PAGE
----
Despite being a common condition, it can be challenging to talk to your doctor about your back pain. This can be quite the dilemma, as precise communication regarding your back pain is essential to informing your doctor and giving them the knowledge they need to help you.
Whether it is a new experience and you have never had to articulate the pain you are feeling before or you simply cannot put the pain into the right words, there are often hurdles to overcome before your doctor can effectively diagnose and treat the pain and its source.
There is no reason to let miscommunication be the downfall of your back health. If describing your pain is easier said than done, you have come to the right place. Check out the following tips on how to talk to your doctor about back pain.
Start with the Basics
Informing your doctor of any preexistent health conditions, previous injuries, or other notable factors regarding your physical wellbeing helps them form a comprehensive view of your health and determine if there is an obvious underlying cause of your pain. From there, your doctor will likely ask you to describe your back pain.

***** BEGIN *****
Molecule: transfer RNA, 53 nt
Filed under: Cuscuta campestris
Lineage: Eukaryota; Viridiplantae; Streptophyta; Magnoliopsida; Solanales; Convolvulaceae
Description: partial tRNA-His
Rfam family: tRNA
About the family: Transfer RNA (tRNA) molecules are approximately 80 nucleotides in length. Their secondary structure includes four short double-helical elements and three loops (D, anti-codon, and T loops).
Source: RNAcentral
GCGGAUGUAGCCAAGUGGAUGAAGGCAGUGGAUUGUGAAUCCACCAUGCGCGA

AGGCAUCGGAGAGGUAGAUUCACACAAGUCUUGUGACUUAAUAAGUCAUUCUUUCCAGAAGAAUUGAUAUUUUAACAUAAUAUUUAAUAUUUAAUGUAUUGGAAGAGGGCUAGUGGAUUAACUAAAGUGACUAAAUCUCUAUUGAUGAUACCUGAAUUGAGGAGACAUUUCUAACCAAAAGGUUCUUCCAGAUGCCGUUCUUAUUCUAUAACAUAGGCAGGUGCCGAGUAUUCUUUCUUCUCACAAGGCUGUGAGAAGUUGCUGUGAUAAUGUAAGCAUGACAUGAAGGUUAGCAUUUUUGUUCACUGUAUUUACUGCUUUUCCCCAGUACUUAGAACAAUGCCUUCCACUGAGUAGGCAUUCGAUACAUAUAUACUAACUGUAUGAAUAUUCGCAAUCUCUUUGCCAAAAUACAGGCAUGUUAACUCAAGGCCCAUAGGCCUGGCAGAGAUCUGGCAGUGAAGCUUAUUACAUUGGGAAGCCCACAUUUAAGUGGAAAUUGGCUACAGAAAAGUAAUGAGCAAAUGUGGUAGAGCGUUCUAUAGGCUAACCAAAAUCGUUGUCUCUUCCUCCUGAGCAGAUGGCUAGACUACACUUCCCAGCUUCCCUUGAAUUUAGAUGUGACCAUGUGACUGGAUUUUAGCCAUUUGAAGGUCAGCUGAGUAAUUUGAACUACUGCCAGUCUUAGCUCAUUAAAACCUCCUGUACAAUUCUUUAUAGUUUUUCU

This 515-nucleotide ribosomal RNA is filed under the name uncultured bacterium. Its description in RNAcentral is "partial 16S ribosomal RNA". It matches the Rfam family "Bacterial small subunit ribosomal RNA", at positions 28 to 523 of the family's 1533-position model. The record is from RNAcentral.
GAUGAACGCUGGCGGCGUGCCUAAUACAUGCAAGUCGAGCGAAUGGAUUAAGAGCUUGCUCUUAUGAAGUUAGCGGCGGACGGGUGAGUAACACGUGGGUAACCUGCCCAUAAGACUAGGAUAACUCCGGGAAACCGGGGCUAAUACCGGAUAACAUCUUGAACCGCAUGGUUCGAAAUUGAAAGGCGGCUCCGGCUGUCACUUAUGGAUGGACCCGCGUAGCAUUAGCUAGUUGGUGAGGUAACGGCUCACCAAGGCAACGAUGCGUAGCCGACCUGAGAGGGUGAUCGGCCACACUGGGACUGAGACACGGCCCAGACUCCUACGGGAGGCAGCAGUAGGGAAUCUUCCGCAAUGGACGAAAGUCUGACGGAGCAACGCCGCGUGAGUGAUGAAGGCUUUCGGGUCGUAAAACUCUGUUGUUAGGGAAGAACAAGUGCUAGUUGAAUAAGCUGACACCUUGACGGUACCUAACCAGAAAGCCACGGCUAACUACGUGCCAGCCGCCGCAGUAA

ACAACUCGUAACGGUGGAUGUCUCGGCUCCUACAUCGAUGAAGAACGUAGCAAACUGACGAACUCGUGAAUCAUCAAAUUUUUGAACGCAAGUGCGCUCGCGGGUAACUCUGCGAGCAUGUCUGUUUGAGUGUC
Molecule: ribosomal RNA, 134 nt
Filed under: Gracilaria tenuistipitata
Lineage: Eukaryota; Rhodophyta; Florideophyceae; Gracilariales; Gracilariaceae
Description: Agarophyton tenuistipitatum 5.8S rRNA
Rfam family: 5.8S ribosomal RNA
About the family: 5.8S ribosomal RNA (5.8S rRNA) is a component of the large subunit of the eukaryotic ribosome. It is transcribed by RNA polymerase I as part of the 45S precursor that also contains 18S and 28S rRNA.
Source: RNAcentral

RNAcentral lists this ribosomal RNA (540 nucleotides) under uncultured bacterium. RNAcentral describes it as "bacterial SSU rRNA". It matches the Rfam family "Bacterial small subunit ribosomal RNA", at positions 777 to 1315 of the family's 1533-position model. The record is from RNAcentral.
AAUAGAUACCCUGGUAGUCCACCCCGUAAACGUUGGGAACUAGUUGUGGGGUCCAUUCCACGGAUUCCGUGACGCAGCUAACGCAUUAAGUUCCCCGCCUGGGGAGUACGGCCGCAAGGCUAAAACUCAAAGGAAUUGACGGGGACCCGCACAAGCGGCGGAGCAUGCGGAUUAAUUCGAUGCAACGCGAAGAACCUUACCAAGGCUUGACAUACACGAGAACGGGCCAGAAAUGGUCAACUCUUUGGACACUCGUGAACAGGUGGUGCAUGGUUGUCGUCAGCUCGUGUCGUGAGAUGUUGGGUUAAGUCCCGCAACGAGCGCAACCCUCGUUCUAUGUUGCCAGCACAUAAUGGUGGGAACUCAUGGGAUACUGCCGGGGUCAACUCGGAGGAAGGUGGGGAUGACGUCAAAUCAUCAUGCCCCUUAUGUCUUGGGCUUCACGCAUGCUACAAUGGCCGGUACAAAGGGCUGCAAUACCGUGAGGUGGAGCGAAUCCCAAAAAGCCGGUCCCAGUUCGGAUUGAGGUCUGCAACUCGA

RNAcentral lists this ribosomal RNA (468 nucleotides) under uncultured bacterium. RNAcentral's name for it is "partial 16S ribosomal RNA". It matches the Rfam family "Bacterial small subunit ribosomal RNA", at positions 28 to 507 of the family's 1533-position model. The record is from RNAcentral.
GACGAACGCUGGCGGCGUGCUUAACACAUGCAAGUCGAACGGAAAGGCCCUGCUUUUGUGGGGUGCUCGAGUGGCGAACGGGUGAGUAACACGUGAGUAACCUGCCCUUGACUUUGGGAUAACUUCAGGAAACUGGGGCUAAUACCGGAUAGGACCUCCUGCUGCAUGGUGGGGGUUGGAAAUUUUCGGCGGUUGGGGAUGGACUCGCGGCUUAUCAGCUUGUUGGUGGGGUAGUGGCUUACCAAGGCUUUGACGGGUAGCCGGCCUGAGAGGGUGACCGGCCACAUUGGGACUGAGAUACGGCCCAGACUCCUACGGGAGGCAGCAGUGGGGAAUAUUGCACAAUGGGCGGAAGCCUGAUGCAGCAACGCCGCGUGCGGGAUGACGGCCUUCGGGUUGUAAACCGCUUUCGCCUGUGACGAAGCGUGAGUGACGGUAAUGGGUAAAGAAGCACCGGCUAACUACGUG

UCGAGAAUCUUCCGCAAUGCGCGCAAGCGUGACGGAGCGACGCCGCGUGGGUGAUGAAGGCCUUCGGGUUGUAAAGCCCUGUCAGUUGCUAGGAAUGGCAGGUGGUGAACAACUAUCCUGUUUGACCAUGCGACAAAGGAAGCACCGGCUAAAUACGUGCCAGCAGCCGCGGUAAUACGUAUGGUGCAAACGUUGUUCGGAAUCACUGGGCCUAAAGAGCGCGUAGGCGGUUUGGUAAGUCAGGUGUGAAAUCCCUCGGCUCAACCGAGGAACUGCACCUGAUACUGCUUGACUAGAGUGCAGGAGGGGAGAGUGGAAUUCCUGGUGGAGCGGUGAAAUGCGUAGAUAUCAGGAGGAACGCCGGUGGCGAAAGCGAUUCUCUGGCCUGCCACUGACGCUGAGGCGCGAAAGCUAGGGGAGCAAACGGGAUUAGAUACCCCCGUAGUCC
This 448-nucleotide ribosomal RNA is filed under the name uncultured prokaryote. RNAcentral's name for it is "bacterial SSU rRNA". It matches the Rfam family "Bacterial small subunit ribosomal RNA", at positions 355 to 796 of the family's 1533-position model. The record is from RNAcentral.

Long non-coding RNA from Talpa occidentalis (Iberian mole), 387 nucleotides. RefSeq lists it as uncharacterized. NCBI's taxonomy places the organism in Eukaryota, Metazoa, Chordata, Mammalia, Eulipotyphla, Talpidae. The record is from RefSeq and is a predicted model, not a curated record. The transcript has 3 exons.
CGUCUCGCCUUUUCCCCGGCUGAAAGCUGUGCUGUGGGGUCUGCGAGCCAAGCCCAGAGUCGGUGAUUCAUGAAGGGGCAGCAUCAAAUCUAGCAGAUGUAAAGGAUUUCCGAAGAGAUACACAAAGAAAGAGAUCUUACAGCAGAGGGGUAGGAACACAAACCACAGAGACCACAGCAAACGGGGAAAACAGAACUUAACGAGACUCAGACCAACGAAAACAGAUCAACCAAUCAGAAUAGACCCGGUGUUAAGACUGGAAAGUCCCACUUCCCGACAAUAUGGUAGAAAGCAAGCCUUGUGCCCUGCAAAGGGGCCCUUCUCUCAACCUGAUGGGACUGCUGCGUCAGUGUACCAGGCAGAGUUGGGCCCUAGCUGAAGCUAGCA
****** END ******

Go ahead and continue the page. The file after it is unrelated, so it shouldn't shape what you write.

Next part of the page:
Describing Your Back Pain
While there is no universal scale for assessing pain, there are a few key things to remember that can aid you in succinctly relaying your back pain to your doctor. Whether they the Wong-Baker Faces Pain Scale, another option, or just want to talk about your pain without the use of a scale, try to pinpoint the following:
- The location of the pain. Be as specific as possible, even if it means visually showing the doctor where the pain is rather than attempting to describe the location to them.
- Whether or not the pain is accompanied by other symptoms such as weakness or radiating pain into a limb.
- Is the pain consistent or sporadic?
- Does your back pain come in waves, present itself as an ache, or feel sharp?
- What worsens your back pain, and what seems to alleviate it?
- How severe is your pain? This is where the use of a predefined scale can be beneficial.
As you work through the specifics of your pain, do not be afraid to take your time. As you and your doctor have an open discussion about your back pain, you can work together to come to an understanding of how you both communicate. This should be advantageous as the conversation develops and for any future visits.
You have done your best to answer the doctor’s questions and to create a comfortable rapport with them, so do not be afraid to ask questions of your own. From confirming that you have communicated your back pain in an effective manner to asking specific questions about what you can do to alleviate it, there is no limitation to the curiosity you can have about your health.
Asking questions is one of the best ways to benefit from your doctor’s expertise and maximize the usefulness of your visit. As a healthcare professional dedicated to improving your health and quality of life, your doctor will be happy to help belay any fears you may have, provide you with valuable information regarding your condition, and aid you in your journey to a pain-free back.